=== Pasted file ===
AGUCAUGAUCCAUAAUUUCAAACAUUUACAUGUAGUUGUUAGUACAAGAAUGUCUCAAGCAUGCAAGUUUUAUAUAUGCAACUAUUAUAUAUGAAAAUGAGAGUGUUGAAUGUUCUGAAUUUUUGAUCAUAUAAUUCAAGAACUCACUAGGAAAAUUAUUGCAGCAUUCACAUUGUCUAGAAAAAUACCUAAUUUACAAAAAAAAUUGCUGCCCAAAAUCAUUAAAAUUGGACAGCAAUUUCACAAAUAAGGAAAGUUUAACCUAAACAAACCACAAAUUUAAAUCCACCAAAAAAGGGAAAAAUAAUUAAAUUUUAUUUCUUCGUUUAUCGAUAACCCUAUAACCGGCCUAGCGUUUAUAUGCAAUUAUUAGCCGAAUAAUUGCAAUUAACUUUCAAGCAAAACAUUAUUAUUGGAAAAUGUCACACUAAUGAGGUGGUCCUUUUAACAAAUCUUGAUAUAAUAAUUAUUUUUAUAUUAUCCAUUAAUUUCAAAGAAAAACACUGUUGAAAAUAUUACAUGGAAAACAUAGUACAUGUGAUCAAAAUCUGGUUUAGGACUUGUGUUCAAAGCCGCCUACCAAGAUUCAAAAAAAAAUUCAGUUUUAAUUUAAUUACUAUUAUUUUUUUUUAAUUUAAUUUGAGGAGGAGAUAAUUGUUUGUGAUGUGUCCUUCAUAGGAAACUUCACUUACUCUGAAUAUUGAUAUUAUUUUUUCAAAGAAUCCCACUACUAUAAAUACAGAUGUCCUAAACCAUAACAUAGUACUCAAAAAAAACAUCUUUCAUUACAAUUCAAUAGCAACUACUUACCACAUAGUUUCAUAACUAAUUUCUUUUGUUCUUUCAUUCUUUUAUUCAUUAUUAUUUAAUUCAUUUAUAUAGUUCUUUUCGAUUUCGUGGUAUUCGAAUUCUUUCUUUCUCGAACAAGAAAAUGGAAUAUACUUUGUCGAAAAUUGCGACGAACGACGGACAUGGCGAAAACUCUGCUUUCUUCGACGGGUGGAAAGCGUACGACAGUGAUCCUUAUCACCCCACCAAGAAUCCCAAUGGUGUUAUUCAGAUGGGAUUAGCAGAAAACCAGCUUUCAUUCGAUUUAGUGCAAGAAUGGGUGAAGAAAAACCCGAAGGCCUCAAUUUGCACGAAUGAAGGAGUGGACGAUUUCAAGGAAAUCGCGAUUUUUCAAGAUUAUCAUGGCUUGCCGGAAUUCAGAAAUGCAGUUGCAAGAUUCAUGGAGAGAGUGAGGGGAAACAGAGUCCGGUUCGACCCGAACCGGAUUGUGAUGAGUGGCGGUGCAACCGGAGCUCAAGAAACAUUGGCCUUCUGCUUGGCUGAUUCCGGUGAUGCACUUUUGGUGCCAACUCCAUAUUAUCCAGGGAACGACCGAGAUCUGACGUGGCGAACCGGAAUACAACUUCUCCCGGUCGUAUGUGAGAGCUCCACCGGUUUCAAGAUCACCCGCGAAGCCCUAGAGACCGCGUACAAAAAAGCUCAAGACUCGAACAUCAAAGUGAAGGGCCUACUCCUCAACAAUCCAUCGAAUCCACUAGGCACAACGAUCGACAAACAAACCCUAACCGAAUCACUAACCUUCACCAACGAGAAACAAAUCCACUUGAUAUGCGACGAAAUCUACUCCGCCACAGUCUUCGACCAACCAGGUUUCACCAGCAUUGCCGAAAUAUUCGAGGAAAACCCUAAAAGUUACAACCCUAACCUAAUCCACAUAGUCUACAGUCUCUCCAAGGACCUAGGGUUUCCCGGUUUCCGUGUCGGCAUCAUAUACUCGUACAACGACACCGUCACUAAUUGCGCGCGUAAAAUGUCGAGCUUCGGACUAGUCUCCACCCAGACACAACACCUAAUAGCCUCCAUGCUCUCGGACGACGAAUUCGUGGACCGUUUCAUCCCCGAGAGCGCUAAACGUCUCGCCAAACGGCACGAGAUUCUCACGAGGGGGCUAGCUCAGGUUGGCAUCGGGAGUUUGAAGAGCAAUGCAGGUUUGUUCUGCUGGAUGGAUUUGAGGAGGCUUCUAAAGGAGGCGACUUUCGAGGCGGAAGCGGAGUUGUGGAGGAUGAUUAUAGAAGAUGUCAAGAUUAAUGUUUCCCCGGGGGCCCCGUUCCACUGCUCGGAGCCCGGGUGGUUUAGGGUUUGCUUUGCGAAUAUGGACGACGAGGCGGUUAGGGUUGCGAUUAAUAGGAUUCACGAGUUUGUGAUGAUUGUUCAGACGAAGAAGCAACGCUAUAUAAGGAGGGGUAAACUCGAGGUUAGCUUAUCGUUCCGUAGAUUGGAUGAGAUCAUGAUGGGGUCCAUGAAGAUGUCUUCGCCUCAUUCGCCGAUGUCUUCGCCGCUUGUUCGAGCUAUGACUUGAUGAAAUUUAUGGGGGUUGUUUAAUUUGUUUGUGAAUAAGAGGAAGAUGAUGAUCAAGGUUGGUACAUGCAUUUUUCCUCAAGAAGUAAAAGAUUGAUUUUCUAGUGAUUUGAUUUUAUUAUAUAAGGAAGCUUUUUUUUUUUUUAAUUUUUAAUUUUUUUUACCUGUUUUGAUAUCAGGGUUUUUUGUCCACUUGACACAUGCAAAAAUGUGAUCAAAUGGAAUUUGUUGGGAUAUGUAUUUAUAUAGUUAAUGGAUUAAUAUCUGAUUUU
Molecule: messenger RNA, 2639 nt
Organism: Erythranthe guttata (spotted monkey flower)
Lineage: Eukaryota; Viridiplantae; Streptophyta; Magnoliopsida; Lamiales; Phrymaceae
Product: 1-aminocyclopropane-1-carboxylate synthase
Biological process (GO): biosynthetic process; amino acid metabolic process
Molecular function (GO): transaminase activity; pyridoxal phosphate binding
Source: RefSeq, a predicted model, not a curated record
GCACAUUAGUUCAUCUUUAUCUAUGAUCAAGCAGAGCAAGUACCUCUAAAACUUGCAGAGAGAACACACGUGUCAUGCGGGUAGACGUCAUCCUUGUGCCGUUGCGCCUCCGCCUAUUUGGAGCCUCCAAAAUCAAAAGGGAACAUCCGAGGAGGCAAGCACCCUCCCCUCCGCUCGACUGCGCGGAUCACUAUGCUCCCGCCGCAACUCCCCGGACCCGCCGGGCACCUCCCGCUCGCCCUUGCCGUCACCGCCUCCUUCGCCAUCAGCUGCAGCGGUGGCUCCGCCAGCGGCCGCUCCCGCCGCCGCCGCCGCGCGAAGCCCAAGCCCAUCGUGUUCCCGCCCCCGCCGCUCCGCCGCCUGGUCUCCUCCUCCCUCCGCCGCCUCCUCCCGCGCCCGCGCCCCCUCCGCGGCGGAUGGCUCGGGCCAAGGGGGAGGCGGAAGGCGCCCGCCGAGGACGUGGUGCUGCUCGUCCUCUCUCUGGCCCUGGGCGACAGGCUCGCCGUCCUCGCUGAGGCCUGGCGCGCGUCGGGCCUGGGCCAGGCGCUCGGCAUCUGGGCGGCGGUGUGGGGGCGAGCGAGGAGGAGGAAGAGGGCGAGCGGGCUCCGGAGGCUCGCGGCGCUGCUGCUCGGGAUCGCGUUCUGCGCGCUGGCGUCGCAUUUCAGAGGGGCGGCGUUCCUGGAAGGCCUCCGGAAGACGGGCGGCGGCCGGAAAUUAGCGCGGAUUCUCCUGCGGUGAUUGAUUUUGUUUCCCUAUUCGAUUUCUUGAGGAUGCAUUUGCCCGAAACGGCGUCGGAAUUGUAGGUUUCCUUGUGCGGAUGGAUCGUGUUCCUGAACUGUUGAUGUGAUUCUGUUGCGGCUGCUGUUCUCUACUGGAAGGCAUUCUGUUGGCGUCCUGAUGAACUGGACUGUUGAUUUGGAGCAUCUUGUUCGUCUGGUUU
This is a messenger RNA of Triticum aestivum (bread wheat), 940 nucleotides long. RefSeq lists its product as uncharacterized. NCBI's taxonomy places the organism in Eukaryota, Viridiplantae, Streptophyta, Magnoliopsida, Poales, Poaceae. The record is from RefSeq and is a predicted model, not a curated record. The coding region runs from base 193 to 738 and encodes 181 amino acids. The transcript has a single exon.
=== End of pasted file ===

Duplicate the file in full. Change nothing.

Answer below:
AGUCAUGAUCCAUAAUUUCAAACAUUUACAUGUAGUUGUUAGUACAAGAAUGUCUCAAGCAUGCAAGUUUUAUAUAUGCAACUAUUAUAUAUGAAAAUGAGAGUGUUGAAUGUUCUGAAUUUUUGAUCAUAUAAUUCAAGAACUCACUAGGAAAAUUAUUGCAGCAUUCACAUUGUCUAGAAAAAUACCUAAUUUACAAAAAAAAUUGCUGCCCAAAAUCAUUAAAAUUGGACAGCAAUUUCACAAAUAAGGAAAGUUUAACCUAAACAAACCACAAAUUUAAAUCCACCAAAAAAGGGAAAAAUAAUUAAAUUUUAUUUCUUCGUUUAUCGAUAACCCUAUAACCGGCCUAGCGUUUAUAUGCAAUUAUUAGCCGAAUAAUUGCAAUUAACUUUCAAGCAAAACAUUAUUAUUGGAAAAUGUCACACUAAUGAGGUGGUCCUUUUAACAAAUCUUGAUAUAAUAAUUAUUUUUAUAUUAUCCAUUAAUUUCAAAGAAAAACACUGUUGAAAAUAUUACAUGGAAAACAUAGUACAUGUGAUCAAAAUCUGGUUUAGGACUUGUGUUCAAAGCCGCCUACCAAGAUUCAAAAAAAAAUUCAGUUUUAAUUUAAUUACUAUUAUUUUUUUUUAAUUUAAUUUGAGGAGGAGAUAAUUGUUUGUGAUGUGUCCUUCAUAGGAAACUUCACUUACUCUGAAUAUUGAUAUUAUUUUUUCAAAGAAUCCCACUACUAUAAAUACAGAUGUCCUAAACCAUAACAUAGUACUCAAAAAAAACAUCUUUCAUUACAAUUCAAUAGCAACUACUUACCACAUAGUUUCAUAACUAAUUUCUUUUGUUCUUUCAUUCUUUUAUUCAUUAUUAUUUAAUUCAUUUAUAUAGUUCUUUUCGAUUUCGUGGUAUUCGAAUUCUUUCUUUCUCGAACAAGAAAAUGGAAUAUACUUUGUCGAAAAUUGCGACGAACGACGGACAUGGCGAAAACUCUGCUUUCUUCGACGGGUGGAAAGCGUACGACAGUGAUCCUUAUCACCCCACCAAGAAUCCCAAUGGUGUUAUUCAGAUGGGAUUAGCAGAAAACCAGCUUUCAUUCGAUUUAGUGCAAGAAUGGGUGAAGAAAAACCCGAAGGCCUCAAUUUGCACGAAUGAAGGAGUGGACGAUUUCAAGGAAAUCGCGAUUUUUCAAGAUUAUCAUGGCUUGCCGGAAUUCAGAAAUGCAGUUGCAAGAUUCAUGGAGAGAGUGAGGGGAAACAGAGUCCGGUUCGACCCGAACCGGAUUGUGAUGAGUGGCGGUGCAACCGGAGCUCAAGAAACAUUGGCCUUCUGCUUGGCUGAUUCCGGUGAUGCACUUUUGGUGCCAACUCCAUAUUAUCCAGGGAACGACCGAGAUCUGACGUGGCGAACCGGAAUACAACUUCUCCCGGUCGUAUGUGAGAGCUCCACCGGUUUCAAGAUCACCCGCGAAGCCCUAGAGACCGCGUACAAAAAAGCUCAAGACUCGAACAUCAAAGUGAAGGGCCUACUCCUCAACAAUCCAUCGAAUCCACUAGGCACAACGAUCGACAAACAAACCCUAACCGAAUCACUAACCUUCACCAACGAGAAACAAAUCCACUUGAUAUGCGACGAAAUCUACUCCGCCACAGUCUUCGACCAACCAGGUUUCACCAGCAUUGCCGAAAUAUUCGAGGAAAACCCUAAAAGUUACAACCCUAACCUAAUCCACAUAGUCUACAGUCUCUCCAAGGACCUAGGGUUUCCCGGUUUCCGUGUCGGCAUCAUAUACUCGUACAACGACACCGUCACUAAUUGCGCGCGUAAAAUGUCGAGCUUCGGACUAGUCUCCACCCAGACACAACACCUAAUAGCCUCCAUGCUCUCGGACGACGAAUUCGUGGACCGUUUCAUCCCCGAGAGCGCUAAACGUCUCGCCAAACGGCACGAGAUUCUCACGAGGGGGCUAGCUCAGGUUGGCAUCGGGAGUUUGAAGAGCAAUGCAGGUUUGUUCUGCUGGAUGGAUUUGAGGAGGCUUCUAAAGGAGGCGACUUUCGAGGCGGAAGCGGAGUUGUGGAGGAUGAUUAUAGAAGAUGUCAAGAUUAAUGUUUCCCCGGGGGCCCCGUUCCACUGCUCGGAGCCCGGGUGGUUUAGGGUUUGCUUUGCGAAUAUGGACGACGAGGCGGUUAGGGUUGCGAUUAAUAGGAUUCACGAGUUUGUGAUGAUUGUUCAGACGAAGAAGCAACGCUAUAUAAGGAGGGGUAAACUCGAGGUUAGCUUAUCGUUCCGUAGAUUGGAUGAGAUCAUGAUGGGGUCCAUGAAGAUGUCUUCGCCUCAUUCGCCGAUGUCUUCGCCGCUUGUUCGAGCUAUGACUUGAUGAAAUUUAUGGGGGUUGUUUAAUUUGUUUGUGAAUAAGAGGAAGAUGAUGAUCAAGGUUGGUACAUGCAUUUUUCCUCAAGAAGUAAAAGAUUGAUUUUCUAGUGAUUUGAUUUUAUUAUAUAAGGAAGCUUUUUUUUUUUUUAAUUUUUAAUUUUUUUUACCUGUUUUGAUAUCAGGGUUUUUUGUCCACUUGACACAUGCAAAAAUGUGAUCAAAUGGAAUUUGUUGGGAUAUGUAUUUAUAUAGUUAAUGGAUUAAUAUCUGAUUUU
Molecule: messenger RNA, 2639 nt
Organism: Erythranthe guttata (spotted monkey flower)
Lineage: Eukaryota; Viridiplantae; Streptophyta; Magnoliopsida; Lamiales; Phrymaceae
Product: 1-aminocyclopropane-1-carboxylate synthase
Biological process (GO): biosynthetic process; amino acid metabolic process
Molecular function (GO): transaminase activity; pyridoxal phosphate binding
Source: RefSeq, a predicted model, not a curated record
GCACAUUAGUUCAUCUUUAUCUAUGAUCAAGCAGAGCAAGUACCUCUAAAACUUGCAGAGAGAACACACGUGUCAUGCGGGUAGACGUCAUCCUUGUGCCGUUGCGCCUCCGCCUAUUUGGAGCCUCCAAAAUCAAAAGGGAACAUCCGAGGAGGCAAGCACCCUCCCCUCCGCUCGACUGCGCGGAUCACUAUGCUCCCGCCGCAACUCCCCGGACCCGCCGGGCACCUCCCGCUCGCCCUUGCCGUCACCGCCUCCUUCGCCAUCAGCUGCAGCGGUGGCUCCGCCAGCGGCCGCUCCCGCCGCCGCCGCCGCGCGAAGCCCAAGCCCAUCGUGUUCCCGCCCCCGCCGCUCCGCCGCCUGGUCUCCUCCUCCCUCCGCCGCCUCCUCCCGCGCCCGCGCCCCCUCCGCGGCGGAUGGCUCGGGCCAAGGGGGAGGCGGAAGGCGCCCGCCGAGGACGUGGUGCUGCUCGUCCUCUCUCUGGCCCUGGGCGACAGGCUCGCCGUCCUCGCUGAGGCCUGGCGCGCGUCGGGCCUGGGCCAGGCGCUCGGCAUCUGGGCGGCGGUGUGGGGGCGAGCGAGGAGGAGGAAGAGGGCGAGCGGGCUCCGGAGGCUCGCGGCGCUGCUGCUCGGGAUCGCGUUCUGCGCGCUGGCGUCGCAUUUCAGAGGGGCGGCGUUCCUGGAAGGCCUCCGGAAGACGGGCGGCGGCCGGAAAUUAGCGCGGAUUCUCCUGCGGUGAUUGAUUUUGUUUCCCUAUUCGAUUUCUUGAGGAUGCAUUUGCCCGAAACGGCGUCGGAAUUGUAGGUUUCCUUGUGCGGAUGGAUCGUGUUCCUGAACUGUUGAUGUGAUUCUGUUGCGGCUGCUGUUCUCUACUGGAAGGCAUUCUGUUGGCGUCCUGAUGAACUGGACUGUUGAUUUGGAGCAUCUUGUUCGUCUGGUUU
This is a messenger RNA of Triticum aestivum (bread wheat), 940 nucleotides long. RefSeq lists its product as uncharacterized. NCBI's taxonomy places the organism in Eukaryota, Viridiplantae, Streptophyta, Magnoliopsida, Poales, Poaceae. The record is from RefSeq and is a predicted model, not a curated record. The coding region runs from base 193 to 738 and encodes 181 amino acids. The transcript has a single exon.